07 July 2023
Drugmaker Novo Nordisk says tests show good weight loss results from a daily pill version of its diabetes treatments.
The company sells the drug semaglutide under the names Wegovy and Ozempic. It is currently available only as a weekly injection.
But some people are afraid of needles. So, Novo Nordisk has been testing how the drug works when taken by mouth.
Wegovy and Ozempic have gotten a lot of attention in the last year for helping people lose weight. The government has approved the drugs to treat people with the disease diabetes. But weight loss doctors also give the medication to overweight people who do not have diabetes.
Novo Nordisk said Sunday that two 16-month studies showed good results when people took a daily pill instead of a weekly shot.
One study followed 1,600 overweight adults who were already being treated for diabetes. They took a pill version of the drug each day. They lost between seven and nine kilograms.
The other study looked at 660 overweight people who had a weight-related disease other than diabetes. Those people took a daily pill containing 50 milligrams of the medication. They lost about 16 kilograms.
The writers of the study said the results of the second group were similar to those who received the Wegovy injection once per week.
Novo Nordisk said it expects to ask the U.S. Food and Drug Administration to approve the pills for weight loss later this year.
Some of the people in the study reported side effects including intestinal problems, sick stomach and diarrhea.
Daniel Bessen is a weight loss doctor in Denver. He was not involved with the study, but he treats patients who use weight loss drugs. He said, if you ask people, "'Would you rather take a pill or an injection?' People overwhelmingly prefer a pill."
He added, however, that people might not feel the same way if the pills are more costly than the injections. He said cost and availability are the most important issues for people when deciding which drugs to take.
Katherine Saunders is a weight loss doctor at Weill Cornell Health in New York City. She said people will be "thrilled" with the ability to take a pill.
Novo Nordisk already has a pill form of semaglutide that is used for diabetes. It is called Rybelsus. But it contains less semaglutide than Wegovy.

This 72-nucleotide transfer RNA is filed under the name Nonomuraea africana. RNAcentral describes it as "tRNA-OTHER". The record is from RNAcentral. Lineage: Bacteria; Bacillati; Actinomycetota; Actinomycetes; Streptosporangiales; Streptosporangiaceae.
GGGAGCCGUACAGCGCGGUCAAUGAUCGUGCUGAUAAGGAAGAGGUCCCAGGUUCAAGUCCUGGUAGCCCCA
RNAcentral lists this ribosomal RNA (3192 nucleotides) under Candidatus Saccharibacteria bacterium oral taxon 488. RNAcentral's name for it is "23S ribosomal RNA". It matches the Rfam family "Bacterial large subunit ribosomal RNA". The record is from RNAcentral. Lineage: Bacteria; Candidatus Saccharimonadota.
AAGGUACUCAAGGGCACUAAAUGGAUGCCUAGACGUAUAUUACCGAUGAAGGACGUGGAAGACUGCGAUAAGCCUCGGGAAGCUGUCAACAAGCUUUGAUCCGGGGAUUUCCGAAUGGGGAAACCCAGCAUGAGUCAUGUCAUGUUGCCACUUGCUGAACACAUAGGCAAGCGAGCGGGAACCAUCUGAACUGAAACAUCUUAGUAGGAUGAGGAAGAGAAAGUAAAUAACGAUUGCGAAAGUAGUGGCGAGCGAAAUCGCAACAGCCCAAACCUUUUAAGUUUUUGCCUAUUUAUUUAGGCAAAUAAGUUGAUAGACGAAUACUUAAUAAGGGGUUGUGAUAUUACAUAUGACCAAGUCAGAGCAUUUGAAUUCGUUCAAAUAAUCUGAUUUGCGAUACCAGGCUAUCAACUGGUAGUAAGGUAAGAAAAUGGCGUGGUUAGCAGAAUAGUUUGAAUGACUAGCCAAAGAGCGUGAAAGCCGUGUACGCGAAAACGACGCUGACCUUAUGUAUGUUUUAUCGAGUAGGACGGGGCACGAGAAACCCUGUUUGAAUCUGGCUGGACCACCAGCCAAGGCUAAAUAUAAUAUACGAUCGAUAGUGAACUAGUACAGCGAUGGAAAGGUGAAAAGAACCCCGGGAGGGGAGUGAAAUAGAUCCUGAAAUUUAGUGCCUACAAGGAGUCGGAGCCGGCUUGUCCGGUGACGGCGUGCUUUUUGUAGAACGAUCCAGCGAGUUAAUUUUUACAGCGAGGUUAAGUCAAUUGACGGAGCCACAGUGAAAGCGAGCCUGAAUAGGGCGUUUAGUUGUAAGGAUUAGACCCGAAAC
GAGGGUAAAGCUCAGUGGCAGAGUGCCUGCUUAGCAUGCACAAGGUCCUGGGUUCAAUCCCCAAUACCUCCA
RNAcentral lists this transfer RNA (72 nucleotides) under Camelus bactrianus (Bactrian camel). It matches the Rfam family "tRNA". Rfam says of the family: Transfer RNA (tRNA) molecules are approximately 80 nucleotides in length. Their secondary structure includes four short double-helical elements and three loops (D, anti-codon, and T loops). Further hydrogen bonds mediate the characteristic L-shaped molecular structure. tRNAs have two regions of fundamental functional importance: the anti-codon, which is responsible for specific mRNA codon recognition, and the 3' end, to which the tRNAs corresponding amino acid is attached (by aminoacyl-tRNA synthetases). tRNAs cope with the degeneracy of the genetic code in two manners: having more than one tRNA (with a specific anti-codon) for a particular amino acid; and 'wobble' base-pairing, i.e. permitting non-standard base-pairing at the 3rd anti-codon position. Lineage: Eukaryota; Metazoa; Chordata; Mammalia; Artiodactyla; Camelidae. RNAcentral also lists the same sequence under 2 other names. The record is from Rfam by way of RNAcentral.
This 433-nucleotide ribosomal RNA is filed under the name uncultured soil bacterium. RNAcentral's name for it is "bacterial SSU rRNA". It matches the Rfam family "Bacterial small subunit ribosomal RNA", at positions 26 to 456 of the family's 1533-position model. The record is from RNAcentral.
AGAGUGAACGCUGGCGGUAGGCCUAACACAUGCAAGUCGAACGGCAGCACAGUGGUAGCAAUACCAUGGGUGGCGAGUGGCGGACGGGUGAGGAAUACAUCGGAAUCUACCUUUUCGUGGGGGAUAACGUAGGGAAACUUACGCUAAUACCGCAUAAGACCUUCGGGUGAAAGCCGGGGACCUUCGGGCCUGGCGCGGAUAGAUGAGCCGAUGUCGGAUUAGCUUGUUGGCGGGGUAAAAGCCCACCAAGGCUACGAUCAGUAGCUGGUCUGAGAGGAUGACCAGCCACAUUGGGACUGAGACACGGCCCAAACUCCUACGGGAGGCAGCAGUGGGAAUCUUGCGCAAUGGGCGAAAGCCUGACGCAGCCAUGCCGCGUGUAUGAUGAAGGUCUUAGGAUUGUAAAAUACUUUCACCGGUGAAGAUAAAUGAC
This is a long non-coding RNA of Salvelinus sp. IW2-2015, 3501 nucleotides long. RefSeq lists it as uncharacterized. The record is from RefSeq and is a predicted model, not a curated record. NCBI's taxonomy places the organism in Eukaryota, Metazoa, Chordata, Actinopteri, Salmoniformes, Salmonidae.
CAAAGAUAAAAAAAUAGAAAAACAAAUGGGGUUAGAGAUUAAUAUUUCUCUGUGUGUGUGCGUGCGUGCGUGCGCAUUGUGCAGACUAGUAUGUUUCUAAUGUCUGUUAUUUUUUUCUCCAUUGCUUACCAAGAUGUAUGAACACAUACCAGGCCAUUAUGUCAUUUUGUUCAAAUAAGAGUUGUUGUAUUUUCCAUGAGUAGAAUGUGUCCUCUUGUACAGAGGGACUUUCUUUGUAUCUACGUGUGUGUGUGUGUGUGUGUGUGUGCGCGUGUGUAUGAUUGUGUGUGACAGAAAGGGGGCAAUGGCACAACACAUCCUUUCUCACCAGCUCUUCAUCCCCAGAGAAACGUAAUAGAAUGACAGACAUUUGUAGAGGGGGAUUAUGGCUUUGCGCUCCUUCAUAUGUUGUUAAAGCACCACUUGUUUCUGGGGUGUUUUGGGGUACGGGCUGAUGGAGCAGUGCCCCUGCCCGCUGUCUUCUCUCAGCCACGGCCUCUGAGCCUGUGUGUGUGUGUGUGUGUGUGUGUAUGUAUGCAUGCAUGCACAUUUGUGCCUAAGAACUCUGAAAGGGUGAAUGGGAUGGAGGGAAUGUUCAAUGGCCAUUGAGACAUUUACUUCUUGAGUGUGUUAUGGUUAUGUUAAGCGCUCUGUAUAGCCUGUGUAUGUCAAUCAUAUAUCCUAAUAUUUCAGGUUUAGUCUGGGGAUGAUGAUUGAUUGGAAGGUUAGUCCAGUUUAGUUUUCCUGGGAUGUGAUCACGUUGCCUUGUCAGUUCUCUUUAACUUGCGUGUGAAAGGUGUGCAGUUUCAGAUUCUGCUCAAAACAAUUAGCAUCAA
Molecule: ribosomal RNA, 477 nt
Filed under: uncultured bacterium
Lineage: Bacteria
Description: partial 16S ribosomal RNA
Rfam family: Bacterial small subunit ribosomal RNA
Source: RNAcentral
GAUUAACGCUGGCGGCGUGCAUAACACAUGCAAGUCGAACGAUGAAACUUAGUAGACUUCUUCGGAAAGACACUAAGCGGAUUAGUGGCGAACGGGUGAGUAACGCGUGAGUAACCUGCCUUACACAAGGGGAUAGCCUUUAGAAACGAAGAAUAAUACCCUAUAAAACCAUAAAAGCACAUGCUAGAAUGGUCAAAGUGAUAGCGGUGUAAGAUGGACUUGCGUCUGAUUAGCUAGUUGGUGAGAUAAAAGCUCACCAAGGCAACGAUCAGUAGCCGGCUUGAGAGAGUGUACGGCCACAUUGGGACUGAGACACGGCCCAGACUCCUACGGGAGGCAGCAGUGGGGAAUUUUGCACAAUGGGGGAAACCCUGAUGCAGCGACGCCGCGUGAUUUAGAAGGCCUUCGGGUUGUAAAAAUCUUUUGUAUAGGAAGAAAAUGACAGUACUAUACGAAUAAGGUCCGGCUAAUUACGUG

Dr. Fatima Cody Stanford is an expert in treating overweight people at Massachusetts General Hospital. She does not think the availability of a daily pill will change the habits of many people who already use the injections. She said, "A lot of people like the ease of taking a medication once a week."
She also said some people might prefer the shots to a pill that needs to be taken 30 minutes before eating or drinking each morning.
Paul Morer is 56 years old. He said he has lost about 40 kilograms using Wegovy and does not mind the injection. "I do it on Saturday, it's part of my routine," he said. "I don't even feel the needle," Morer added.
Some people, however, think the availability of a pill will make it more difficult for obese people to be accepted. Tigress Osborn is the leader of an activist group called the National Association to Advance Fat Acceptance.
The news of a weight loss pill, she said, may make it hard for people who are overweight to escape the feeling that "your body is wrong, and it should change."
The drug companies Eli Lilly and Pfizer are also working on a pill version of their diabetes medications for weight loss.
Many of these drugs are so popular for weight loss that they have become hard to get. They are also very costly – some can be over $1,000 per month. Novo Nordisk said it could not predict the cost of their pill. The company also said injectable Wegovy will continue to be hard to get until at least September.
I'm Dan Friedell. And I'm Ashley Thompson.
Dan Friedell adapted this story for Learning English based on a story by The Associated Press.
Words in This Story
pill –n. a small, round, solid amount of medicine or vitamin that is taken by mouth
rather – adv. a term used to declare one thing you would prefer over something else when given a choice
overwhelming – adj. something that is larger or greater than something else
afford–v. the ability to pay for something
factor–n. one of the things considered when comparing two items in order to choose which one is better
available–adj. a measure of how common something is
thrilled–adj. very pleased or excited
habit–n. something a person does daily or often
routine–n. something a person does daily or often